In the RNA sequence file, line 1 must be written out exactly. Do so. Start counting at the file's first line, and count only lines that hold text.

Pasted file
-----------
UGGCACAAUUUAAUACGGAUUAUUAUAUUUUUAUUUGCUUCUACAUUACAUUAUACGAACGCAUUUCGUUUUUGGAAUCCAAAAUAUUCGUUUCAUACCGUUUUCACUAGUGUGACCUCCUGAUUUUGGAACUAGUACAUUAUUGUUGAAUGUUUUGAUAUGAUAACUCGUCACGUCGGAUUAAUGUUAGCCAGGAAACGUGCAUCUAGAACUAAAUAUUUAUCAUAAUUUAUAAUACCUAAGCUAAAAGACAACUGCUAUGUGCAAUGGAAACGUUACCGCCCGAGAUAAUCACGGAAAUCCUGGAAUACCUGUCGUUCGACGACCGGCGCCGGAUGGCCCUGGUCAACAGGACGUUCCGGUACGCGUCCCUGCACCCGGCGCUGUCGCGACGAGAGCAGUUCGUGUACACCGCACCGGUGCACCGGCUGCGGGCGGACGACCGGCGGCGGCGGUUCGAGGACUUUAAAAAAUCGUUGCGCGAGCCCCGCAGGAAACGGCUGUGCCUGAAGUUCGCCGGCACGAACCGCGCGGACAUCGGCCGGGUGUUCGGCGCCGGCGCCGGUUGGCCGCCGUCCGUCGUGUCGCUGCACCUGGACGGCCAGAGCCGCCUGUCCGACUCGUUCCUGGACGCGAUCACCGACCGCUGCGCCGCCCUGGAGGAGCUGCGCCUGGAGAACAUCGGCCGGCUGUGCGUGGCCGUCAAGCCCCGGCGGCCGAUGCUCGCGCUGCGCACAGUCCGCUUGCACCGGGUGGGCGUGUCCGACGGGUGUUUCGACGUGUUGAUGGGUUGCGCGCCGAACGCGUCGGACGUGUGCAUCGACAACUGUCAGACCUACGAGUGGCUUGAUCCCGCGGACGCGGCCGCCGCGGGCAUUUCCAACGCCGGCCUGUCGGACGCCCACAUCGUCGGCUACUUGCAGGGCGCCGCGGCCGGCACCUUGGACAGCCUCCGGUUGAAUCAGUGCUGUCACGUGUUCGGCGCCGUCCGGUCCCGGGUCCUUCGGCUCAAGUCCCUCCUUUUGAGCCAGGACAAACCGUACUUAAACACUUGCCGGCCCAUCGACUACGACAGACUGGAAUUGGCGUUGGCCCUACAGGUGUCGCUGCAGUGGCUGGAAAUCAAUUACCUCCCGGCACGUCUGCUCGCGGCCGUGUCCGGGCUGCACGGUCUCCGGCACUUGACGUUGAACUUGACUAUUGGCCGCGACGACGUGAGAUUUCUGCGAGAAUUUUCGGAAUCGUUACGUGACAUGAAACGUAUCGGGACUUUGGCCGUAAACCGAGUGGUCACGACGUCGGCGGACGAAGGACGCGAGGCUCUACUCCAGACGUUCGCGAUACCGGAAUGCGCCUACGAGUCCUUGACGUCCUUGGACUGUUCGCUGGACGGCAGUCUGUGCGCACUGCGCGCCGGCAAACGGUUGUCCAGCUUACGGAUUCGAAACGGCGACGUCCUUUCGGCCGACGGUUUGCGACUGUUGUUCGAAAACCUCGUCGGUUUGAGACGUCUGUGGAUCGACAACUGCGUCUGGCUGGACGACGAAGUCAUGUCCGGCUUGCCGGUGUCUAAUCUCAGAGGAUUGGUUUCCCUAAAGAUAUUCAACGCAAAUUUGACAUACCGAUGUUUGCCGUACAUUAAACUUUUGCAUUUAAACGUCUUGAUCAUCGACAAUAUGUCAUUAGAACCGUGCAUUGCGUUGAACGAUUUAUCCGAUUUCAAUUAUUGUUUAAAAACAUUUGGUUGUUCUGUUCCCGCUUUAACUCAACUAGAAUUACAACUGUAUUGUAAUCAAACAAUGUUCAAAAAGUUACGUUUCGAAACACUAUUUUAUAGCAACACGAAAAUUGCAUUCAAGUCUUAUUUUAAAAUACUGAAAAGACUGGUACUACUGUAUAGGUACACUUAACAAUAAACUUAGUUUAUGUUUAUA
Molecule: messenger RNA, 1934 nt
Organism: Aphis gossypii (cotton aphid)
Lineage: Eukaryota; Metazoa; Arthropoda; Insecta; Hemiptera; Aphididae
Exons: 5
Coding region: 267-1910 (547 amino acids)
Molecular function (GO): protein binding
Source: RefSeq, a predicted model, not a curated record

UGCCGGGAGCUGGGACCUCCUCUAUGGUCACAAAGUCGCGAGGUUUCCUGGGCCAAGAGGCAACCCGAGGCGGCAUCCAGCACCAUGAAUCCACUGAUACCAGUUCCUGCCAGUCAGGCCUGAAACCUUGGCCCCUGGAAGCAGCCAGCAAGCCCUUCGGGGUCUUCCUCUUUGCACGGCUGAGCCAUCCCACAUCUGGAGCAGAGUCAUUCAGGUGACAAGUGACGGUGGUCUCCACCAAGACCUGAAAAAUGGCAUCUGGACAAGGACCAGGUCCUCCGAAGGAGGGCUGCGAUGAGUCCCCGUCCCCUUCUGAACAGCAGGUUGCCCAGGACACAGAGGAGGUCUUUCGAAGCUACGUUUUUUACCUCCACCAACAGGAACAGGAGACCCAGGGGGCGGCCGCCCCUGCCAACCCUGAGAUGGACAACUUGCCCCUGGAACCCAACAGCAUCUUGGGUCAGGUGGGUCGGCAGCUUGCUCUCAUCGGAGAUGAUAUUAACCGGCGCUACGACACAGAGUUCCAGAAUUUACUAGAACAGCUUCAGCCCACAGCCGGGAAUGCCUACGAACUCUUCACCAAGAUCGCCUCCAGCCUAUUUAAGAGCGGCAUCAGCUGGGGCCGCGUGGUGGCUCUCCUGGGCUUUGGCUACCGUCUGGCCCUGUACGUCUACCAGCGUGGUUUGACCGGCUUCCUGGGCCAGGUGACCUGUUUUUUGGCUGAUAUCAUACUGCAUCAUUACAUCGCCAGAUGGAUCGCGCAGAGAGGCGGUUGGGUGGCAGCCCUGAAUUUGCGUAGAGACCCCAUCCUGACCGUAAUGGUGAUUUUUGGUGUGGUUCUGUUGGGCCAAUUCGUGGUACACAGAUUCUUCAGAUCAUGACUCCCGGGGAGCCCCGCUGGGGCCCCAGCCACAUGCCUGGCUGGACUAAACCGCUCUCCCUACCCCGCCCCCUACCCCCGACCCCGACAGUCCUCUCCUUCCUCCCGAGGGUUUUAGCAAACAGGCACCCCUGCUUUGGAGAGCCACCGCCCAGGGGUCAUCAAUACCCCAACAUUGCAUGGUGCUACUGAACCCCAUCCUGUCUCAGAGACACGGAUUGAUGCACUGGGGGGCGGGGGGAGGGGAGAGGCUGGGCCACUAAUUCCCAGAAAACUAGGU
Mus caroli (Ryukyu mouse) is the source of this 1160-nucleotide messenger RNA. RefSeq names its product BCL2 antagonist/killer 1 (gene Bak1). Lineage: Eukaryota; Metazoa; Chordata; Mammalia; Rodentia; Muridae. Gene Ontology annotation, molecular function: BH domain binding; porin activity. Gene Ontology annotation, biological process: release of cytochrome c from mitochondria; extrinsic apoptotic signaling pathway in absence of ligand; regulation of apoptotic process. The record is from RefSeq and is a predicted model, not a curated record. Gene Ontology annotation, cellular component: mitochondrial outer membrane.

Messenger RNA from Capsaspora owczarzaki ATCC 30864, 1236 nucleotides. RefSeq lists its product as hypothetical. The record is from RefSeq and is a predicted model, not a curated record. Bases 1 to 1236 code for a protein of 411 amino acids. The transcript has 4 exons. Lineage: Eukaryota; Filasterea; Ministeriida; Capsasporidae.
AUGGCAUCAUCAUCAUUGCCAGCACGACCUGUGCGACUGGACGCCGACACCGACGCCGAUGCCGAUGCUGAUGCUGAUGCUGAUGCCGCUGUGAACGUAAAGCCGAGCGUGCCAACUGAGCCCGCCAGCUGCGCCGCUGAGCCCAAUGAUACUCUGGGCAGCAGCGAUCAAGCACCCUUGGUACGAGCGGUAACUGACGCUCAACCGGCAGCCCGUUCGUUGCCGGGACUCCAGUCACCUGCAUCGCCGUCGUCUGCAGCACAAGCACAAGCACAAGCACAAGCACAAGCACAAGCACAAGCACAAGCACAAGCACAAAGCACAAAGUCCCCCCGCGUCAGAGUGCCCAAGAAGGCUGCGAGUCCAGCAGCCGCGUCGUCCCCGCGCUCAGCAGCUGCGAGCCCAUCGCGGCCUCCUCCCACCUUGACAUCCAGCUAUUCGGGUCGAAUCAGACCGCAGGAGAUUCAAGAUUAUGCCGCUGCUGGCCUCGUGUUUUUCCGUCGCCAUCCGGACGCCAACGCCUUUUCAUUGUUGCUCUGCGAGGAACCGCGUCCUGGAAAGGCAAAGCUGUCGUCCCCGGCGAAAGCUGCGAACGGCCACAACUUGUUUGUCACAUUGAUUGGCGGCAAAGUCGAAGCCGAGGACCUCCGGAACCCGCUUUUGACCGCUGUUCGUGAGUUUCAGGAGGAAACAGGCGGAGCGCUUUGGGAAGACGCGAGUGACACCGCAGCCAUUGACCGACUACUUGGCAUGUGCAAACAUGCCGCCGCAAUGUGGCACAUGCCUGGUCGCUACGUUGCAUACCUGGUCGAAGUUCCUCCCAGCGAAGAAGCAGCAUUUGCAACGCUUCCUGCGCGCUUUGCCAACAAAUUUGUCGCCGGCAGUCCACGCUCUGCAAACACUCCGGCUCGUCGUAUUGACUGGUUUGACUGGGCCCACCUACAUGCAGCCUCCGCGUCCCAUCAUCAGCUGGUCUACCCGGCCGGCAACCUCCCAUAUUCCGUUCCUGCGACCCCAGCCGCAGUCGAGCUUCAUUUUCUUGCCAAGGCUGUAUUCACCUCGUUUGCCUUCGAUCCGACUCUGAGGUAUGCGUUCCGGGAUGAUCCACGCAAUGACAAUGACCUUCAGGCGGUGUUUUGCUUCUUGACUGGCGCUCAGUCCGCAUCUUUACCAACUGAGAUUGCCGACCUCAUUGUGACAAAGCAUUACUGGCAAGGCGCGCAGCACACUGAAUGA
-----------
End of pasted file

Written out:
UGGCACAAUUUAAUACGGAUUAUUAUAUUUUUAUUUGCUUCUACAUUACAUUAUACGAACGCAUUUCGUUUUUGGAAUCCAAAAUAUUCGUUUCAUACCGUUUUCACUAGUGUGACCUCCUGAUUUUGGAACUAGUACAUUAUUGUUGAAUGUUUUGAUAUGAUAACUCGUCACGUCGGAUUAAUGUUAGCCAGGAAACGUGCAUCUAGAACUAAAUAUUUAUCAUAAUUUAUAAUACCUAAGCUAAAAGACAACUGCUAUGUGCAAUGGAAACGUUACCGCCCGAGAUAAUCACGGAAAUCCUGGAAUACCUGUCGUUCGACGACCGGCGCCGGAUGGCCCUGGUCAACAGGACGUUCCGGUACGCGUCCCUGCACCCGGCGCUGUCGCGACGAGAGCAGUUCGUGUACACCGCACCGGUGCACCGGCUGCGGGCGGACGACCGGCGGCGGCGGUUCGAGGACUUUAAAAAAUCGUUGCGCGAGCCCCGCAGGAAACGGCUGUGCCUGAAGUUCGCCGGCACGAACCGCGCGGACAUCGGCCGGGUGUUCGGCGCCGGCGCCGGUUGGCCGCCGUCCGUCGUGUCGCUGCACCUGGACGGCCAGAGCCGCCUGUCCGACUCGUUCCUGGACGCGAUCACCGACCGCUGCGCCGCCCUGGAGGAGCUGCGCCUGGAGAACAUCGGCCGGCUGUGCGUGGCCGUCAAGCCCCGGCGGCCGAUGCUCGCGCUGCGCACAGUCCGCUUGCACCGGGUGGGCGUGUCCGACGGGUGUUUCGACGUGUUGAUGGGUUGCGCGCCGAACGCGUCGGACGUGUGCAUCGACAACUGUCAGACCUACGAGUGGCUUGAUCCCGCGGACGCGGCCGCCGCGGGCAUUUCCAACGCCGGCCUGUCGGACGCCCACAUCGUCGGCUACUUGCAGGGCGCCGCGGCCGGCACCUUGGACAGCCUCCGGUUGAAUCAGUGCUGUCACGUGUUCGGCGCCGUCCGGUCCCGGGUCCUUCGGCUCAAGUCCCUCCUUUUGAGCCAGGACAAACCGUACUUAAACACUUGCCGGCCCAUCGACUACGACAGACUGGAAUUGGCGUUGGCCCUACAGGUGUCGCUGCAGUGGCUGGAAAUCAAUUACCUCCCGGCACGUCUGCUCGCGGCCGUGUCCGGGCUGCACGGUCUCCGGCACUUGACGUUGAACUUGACUAUUGGCCGCGACGACGUGAGAUUUCUGCGAGAAUUUUCGGAAUCGUUACGUGACAUGAAACGUAUCGGGACUUUGGCCGUAAACCGAGUGGUCACGACGUCGGCGGACGAAGGACGCGAGGCUCUACUCCAGACGUUCGCGAUACCGGAAUGCGCCUACGAGUCCUUGACGUCCUUGGACUGUUCGCUGGACGGCAGUCUGUGCGCACUGCGCGCCGGCAAACGGUUGUCCAGCUUACGGAUUCGAAACGGCGACGUCCUUUCGGCCGACGGUUUGCGACUGUUGUUCGAAAACCUCGUCGGUUUGAGACGUCUGUGGAUCGACAACUGCGUCUGGCUGGACGACGAAGUCAUGUCCGGCUUGCCGGUGUCUAAUCUCAGAGGAUUGGUUUCCCUAAAGAUAUUCAACGCAAAUUUGACAUACCGAUGUUUGCCGUACAUUAAACUUUUGCAUUUAAACGUCUUGAUCAUCGACAAUAUGUCAUUAGAACCGUGCAUUGCGUUGAACGAUUUAUCCGAUUUCAAUUAUUGUUUAAAAACAUUUGGUUGUUCUGUUCCCGCUUUAACUCAACUAGAAUUACAACUGUAUUGUAAUCAAACAAUGUUCAAAAAGUUACGUUUCGAAACACUAUUUUAUAGCAACACGAAAAUUGCAUUCAAGUCUUAUUUUAAAAUACUGAAAAGACUGGUACUACUGUAUAGGUACACUUAACAAUAAACUUAGUUUAUGUUUAUA